What Obama Conveniently Ignores in Arguing that Mass Shootings Only Happen in the US
In Paris today (of all places), Obama repeated his ridiculous line that mass shootings don’t happen in other places. That line has been fact checked previously and found seriously wanting for truth. However, looking at one of those fact checks made me realize something interesting.
In a study cited in this article, over a 15 year period, the US had roughly six times the number of mass shootings as other nations with 133 incidents compared to just 23 in other countries. However, the US had only 2.4 times as many fatalities and just over two times as many wounded.
The average number of dead in incidents in other nations averages out to about 8.7 versus 3.6 in the US. The average number of injuries overseas is 10, while in the US it is 3.8. (It’s worth noting that these numbers were before the latest Paris incident, so the 120+ dead in that incident are not included.)
In other words, while the US does, in fact, have far more incidents, the death and injury tolls are likely to be far lower here. There is actually a pretty logical reason for that. As gun control opponents often state, “When guns are outlawed, only outlaws will have guns.”
In the wake of the first Paris attacks – the January Charlie Hebdo attack – a lot of people noted that the first police on scene were seriously overpowered by the firepower of the assailants. They were unable to adequately protect the population. Paris has strict gun control laws. It is estimated there are roughly 7.5MM legal guns in the country and as many as 12.5MM illegal guns. The average police officer is therefore not equipped to deal with incidents such as the Hebdo attack or the attacks last month.
By comparison, the average police officer in the US is outfitted with a sidearm, and quite often a shotgun or heavier weapon in their cruiser. Police in the US are also usually outfitted with body armor. While these attacks are far more common here, because we have more gun ownership, our police are better equipped, and better able to respond to such attacks when they happen, thereby reducing the death toll when they do.
Any loss of life is tragic, but there is actually a pretty decent argument that America’s looser approach to gun control leads to better prepared police and lower loss of life despite the larger number of incidents. In an unarmed society, the citizens are much more likely to die because the police are less able to respond.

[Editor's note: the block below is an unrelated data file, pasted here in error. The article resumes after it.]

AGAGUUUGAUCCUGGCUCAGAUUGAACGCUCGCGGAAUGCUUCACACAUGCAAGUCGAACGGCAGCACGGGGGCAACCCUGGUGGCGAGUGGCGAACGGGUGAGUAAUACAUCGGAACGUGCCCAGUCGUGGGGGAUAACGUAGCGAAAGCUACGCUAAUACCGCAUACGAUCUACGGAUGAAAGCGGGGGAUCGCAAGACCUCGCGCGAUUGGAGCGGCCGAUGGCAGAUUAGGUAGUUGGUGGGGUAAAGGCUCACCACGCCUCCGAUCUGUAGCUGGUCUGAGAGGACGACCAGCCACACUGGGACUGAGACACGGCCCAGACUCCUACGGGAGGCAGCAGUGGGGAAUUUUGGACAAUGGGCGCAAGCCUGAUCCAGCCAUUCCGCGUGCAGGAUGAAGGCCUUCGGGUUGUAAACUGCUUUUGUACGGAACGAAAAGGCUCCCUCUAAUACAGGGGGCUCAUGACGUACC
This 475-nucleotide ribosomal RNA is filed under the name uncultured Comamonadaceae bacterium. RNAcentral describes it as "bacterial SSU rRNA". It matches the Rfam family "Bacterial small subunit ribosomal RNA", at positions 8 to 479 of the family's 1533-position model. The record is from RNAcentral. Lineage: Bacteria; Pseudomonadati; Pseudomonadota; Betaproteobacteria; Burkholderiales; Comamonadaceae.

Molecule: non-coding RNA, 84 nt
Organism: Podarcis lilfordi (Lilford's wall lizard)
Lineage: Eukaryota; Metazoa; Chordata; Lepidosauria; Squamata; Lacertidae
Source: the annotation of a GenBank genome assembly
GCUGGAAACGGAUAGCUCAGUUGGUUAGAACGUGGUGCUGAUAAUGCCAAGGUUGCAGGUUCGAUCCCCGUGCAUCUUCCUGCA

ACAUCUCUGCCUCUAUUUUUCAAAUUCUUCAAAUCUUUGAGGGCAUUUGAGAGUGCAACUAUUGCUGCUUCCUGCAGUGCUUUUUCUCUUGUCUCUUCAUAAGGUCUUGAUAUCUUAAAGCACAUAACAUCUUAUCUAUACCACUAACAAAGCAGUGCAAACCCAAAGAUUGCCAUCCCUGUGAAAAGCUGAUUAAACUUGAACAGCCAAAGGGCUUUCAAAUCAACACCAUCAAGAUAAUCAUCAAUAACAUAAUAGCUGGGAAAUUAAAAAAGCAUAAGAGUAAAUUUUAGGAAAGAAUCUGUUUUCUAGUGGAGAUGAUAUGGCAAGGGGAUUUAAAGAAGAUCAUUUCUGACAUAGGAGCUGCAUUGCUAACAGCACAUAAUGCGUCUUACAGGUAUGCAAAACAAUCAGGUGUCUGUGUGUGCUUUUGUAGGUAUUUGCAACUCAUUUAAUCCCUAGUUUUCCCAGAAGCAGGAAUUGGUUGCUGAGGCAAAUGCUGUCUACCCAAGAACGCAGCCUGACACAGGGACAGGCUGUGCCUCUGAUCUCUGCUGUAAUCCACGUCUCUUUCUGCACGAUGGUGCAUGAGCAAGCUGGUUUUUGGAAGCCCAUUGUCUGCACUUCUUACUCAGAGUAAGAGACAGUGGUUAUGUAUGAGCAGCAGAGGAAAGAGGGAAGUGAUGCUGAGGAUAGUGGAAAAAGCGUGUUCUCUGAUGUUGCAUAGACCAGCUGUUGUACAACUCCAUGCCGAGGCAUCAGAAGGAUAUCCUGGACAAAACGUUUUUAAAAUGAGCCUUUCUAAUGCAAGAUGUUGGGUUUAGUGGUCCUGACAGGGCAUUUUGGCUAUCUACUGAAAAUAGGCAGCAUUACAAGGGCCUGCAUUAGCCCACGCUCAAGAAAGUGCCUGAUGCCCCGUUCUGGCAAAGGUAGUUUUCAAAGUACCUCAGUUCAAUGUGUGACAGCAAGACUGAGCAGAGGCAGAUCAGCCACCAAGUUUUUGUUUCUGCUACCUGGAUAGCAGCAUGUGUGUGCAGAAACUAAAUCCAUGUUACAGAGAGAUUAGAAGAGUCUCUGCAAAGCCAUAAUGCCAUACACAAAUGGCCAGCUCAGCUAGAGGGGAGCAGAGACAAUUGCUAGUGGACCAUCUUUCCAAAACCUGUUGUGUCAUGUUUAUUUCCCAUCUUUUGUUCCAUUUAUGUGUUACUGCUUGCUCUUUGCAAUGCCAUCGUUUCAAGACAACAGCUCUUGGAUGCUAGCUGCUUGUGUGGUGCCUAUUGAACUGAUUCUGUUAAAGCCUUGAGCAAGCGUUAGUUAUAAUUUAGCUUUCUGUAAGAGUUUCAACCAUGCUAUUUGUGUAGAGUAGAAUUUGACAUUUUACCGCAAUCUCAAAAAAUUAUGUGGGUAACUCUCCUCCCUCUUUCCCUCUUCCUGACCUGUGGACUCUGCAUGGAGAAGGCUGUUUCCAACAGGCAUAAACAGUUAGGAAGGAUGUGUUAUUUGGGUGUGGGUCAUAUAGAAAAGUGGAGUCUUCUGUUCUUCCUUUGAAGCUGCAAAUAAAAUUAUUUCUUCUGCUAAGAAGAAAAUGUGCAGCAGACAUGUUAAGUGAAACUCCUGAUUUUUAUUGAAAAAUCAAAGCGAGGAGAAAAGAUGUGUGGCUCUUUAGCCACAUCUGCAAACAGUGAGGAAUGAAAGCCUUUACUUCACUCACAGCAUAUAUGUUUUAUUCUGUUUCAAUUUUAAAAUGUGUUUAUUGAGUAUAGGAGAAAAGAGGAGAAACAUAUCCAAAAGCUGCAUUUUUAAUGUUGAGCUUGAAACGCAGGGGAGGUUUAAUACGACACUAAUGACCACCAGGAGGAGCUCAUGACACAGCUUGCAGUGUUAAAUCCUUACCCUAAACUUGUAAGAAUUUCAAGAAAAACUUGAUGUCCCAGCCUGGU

This pivots on the following sentence, “because we have more gun ownership, our police are better equipped,” which is hard for me to buy….it looks like the solution the article is trying to sell (and I am surprised to see you advocating it) is just to better militarize the police everywhere (regardless of the existing gun control laws).
I’m not advocating for more militarization, but I also can’t help looking at the data and drawing conclusions. I noticed there appears to be something keeping the death toll in the US to a much lower rate despite a significantly higher number of events.
I also noticed that Finland and Norway have strict gun control and lightly armed police as a result. The three incidents in those two countries alone left 85 people dead.
So I’m not arguing that more and better armed police is the solution so much as I am noticing that US gun control policy has apparently had the unintended consequence of actually reducing the per incident casualty rate. Other countries, with more restrictions on guns, still have these incidents, and when they do they cause considerably more damage.
By the logic of the article, there is a >causal< relationship between the laxity of gun regulation and the militarization of the police (and another between the militarization of the police and the reduction of fatalities in mass-shootings). If the article is correct that the (first) relationship is causal, then to oppose militarization, one should also support tighter gun regulation. If not,, one should be able to sustain militarization at its current level while tightening gun laws, reducing both the number of incidents and the number of fatalities per incident.